The next day, I went to visit my friend Micheque in Dondo. (ed. You may recall, we first met Micheque 21 Mar 03.) Micheque graduated from the teacher training college at the center and has been working as a primary school teacher. Micheque probably taught me more than I will ever realize about life in Mozambique and he significantly helped my Portuguese skills. I arrived at the school and asked another teacher where he was. She went to go get him and as soon as he turned the corner and saw me, he started shouting my name and running towards me with open arms! I got one of the best hugs of my life! This sort of show of affection is fairly uncommon in Mozambique although other more reserved forms are common (hand holding, the double kiss on the cheeks, etc.). So, needless to say, we had a crowd of spectators!

I timed my visit so that I arrive a bit before lunch so that I could treat Micheque to lunch during his break. I had him choose the restaurant and instead of choosing anything fancy (as I would have expected from just about anyone...) he chose a place that was about $1 in total for both of our meals of rice and beans. After lunch, we just wandered a bit through his town and he showed me the sights. He kept grabbing my arm or reaching for my hand as if he was checking to see if I was really there!

I then went to watch Micheque's class! He introduced me as his teacher. He then told the students that I was here to see "the fruits of my labor". He noted that he was not "the fruits of my labor" but that his students were!

Micheque shared with me some of the best news I could have heard, though. He got accepted and is entering University next year! I nearly always find myself impressed here when someone has even a 10th grade level. So to hear that Micheque was going to University made me proud beyond belief! He is such a source of hope and inspiration and has a heart that I wish all teachers had!!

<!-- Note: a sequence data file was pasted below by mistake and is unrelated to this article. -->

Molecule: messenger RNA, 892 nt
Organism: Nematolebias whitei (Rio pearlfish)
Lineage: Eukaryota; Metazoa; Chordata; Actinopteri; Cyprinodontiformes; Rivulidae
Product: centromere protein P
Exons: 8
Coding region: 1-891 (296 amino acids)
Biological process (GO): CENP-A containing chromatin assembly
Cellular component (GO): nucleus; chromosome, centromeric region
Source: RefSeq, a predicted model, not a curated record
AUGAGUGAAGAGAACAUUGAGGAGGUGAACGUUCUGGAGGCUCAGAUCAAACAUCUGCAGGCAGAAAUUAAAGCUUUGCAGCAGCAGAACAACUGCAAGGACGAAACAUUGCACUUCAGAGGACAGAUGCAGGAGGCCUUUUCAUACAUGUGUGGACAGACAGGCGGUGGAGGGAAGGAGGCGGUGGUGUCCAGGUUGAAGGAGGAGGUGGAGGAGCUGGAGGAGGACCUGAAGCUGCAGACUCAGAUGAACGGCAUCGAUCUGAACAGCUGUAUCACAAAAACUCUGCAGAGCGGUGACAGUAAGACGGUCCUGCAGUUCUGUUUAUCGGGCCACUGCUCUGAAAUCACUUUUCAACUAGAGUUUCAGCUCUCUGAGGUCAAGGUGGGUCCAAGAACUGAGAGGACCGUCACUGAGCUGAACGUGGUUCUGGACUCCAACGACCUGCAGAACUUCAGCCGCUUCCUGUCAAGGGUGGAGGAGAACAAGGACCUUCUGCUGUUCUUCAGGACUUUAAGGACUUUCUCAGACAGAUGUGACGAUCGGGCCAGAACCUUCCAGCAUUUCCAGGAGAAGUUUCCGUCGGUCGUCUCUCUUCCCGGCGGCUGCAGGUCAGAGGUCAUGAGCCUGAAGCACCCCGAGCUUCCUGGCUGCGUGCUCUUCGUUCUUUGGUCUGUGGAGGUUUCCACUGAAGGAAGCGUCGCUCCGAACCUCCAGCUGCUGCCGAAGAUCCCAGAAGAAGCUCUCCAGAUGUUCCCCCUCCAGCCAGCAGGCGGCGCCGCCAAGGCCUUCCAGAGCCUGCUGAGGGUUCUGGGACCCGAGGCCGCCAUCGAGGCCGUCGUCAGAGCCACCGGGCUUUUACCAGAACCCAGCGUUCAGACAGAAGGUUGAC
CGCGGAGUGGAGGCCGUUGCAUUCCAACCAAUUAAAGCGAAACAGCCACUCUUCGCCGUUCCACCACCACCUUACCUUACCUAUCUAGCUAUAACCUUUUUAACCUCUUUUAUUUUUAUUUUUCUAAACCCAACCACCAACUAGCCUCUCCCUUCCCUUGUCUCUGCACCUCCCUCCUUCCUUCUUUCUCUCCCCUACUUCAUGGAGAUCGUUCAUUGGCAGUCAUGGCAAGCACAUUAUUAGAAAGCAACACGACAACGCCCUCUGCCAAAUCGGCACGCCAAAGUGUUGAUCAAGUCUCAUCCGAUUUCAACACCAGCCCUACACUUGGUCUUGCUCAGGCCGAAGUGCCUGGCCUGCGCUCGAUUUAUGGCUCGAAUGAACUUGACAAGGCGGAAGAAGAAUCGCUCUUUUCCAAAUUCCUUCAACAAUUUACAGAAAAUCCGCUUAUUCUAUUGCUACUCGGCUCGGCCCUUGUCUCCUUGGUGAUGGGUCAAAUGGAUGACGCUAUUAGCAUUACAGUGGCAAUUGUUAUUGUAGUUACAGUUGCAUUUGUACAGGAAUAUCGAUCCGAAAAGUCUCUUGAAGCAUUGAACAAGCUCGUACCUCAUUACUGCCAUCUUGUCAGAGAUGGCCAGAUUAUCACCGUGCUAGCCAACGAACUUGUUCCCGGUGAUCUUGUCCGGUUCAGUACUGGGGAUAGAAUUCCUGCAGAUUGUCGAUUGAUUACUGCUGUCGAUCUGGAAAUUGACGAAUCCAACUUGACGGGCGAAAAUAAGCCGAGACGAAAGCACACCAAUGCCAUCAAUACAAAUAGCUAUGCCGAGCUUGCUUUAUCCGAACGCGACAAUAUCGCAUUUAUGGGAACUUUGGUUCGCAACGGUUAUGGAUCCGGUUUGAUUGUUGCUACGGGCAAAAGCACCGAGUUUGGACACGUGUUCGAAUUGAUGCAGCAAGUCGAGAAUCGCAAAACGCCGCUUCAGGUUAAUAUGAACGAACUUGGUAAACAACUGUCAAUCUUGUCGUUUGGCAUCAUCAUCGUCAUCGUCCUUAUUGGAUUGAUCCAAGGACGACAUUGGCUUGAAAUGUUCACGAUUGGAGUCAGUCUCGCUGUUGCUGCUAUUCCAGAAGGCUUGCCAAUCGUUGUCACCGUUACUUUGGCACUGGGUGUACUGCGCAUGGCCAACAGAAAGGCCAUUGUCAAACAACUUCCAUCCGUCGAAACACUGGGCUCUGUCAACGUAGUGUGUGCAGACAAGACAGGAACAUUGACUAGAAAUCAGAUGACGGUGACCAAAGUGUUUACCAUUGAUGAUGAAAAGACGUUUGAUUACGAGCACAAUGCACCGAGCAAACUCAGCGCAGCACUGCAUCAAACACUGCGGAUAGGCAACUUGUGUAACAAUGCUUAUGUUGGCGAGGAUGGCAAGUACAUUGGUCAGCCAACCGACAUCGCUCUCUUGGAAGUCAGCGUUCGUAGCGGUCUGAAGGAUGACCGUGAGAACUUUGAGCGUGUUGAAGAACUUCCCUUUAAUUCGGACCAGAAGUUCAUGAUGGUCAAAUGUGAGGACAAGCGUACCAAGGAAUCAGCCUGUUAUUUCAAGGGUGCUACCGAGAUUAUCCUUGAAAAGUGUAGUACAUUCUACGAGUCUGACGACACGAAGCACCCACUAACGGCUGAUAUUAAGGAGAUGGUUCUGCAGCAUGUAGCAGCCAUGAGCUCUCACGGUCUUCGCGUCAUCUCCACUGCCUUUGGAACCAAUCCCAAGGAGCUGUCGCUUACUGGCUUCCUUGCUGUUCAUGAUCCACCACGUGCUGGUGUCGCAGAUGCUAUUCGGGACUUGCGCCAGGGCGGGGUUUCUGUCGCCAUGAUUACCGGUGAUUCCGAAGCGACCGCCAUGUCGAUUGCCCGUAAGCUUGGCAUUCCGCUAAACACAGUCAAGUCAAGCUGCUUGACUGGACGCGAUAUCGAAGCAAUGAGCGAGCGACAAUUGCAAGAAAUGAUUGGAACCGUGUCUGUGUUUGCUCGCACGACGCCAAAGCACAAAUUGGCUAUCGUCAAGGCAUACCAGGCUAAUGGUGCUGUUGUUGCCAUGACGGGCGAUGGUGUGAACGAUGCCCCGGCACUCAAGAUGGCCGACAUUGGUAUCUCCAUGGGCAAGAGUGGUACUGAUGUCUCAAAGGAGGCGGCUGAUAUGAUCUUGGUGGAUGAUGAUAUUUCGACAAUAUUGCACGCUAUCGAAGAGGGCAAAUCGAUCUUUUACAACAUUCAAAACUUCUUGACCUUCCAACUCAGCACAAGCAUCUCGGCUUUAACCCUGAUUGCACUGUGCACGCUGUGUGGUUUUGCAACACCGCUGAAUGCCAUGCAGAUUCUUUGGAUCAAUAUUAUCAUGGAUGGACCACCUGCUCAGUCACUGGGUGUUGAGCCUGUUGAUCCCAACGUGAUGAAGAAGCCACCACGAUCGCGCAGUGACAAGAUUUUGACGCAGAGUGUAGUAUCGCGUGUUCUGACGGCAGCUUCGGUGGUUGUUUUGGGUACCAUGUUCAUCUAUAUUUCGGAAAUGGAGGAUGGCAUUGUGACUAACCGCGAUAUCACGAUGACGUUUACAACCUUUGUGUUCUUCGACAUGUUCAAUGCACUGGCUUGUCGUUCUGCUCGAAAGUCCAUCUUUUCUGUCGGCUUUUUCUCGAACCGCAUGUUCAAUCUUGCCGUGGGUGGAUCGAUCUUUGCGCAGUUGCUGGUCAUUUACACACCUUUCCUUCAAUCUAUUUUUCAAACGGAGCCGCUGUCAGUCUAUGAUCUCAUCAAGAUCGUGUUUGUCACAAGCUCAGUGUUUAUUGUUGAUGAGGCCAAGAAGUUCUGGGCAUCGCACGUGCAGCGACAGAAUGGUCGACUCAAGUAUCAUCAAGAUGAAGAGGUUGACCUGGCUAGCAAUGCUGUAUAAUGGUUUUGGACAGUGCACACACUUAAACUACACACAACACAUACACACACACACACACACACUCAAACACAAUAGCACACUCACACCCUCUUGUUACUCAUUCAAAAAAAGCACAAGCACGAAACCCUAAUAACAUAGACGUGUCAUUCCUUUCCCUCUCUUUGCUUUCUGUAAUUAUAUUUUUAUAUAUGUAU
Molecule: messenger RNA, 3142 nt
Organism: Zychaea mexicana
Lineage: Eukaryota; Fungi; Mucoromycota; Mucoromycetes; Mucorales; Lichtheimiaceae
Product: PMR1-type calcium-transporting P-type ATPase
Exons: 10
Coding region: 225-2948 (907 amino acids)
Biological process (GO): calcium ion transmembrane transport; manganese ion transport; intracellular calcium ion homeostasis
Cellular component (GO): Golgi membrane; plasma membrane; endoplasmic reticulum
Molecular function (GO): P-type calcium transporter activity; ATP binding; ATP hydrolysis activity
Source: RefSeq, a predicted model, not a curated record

This week, I also managed to watch the video of the concert that benefited the Nelson Mandela Foundation. It was music filled with hope for Africa and hope for the AIDS situation. Each and every artist and Nelson Mandela himself stressed that AIDS is no longer JUST a health issue. It is a moral issue (that people are literally being left to die in many parts of the world) and it is a political issue and it is a human rights issue, above all. I could not agree more. There is a website for the Nelson Mandela Foundation (www.46664.com) where you can sign a petition for funding and find out more information. Throughout the video, they kept saying that each minute someone in the world dies from AIDS...surely we can give one minute of our lives to sign the petition.

Also, this incredible filmmaker, Simone Duarte, was here about a year ago making a film about Sergio de Mello, the Brazilian diplomat who was killed in Iraq at the beginning of the war. I was quite fortunate to see the film at the Tri-Beca Film Festival in NYC this spring. De Mello worked in Mozambique at the time just after independence from Portugal. Duarte filmed at our center to show just how far Mozambique has come and what peace has come to mean here. However, while Simone Duarte was here, she found another compelling story: AIDS in Mozambique. The film will feature ADPP-Lamego and two other projects in this region of Mozambique. Amy Sosnowski, the former director of the teacher training college who has since passed away (see 9 Feb 05), features prominently. Duarte has basically all of the footage that she needs and is working on some of the fundraising for the film. If you are interested, you can check out her website (www.duarteproductions.com) to check on the progress of the film. She hopes to have the film debut on World AIDS Day, December 1, 2005.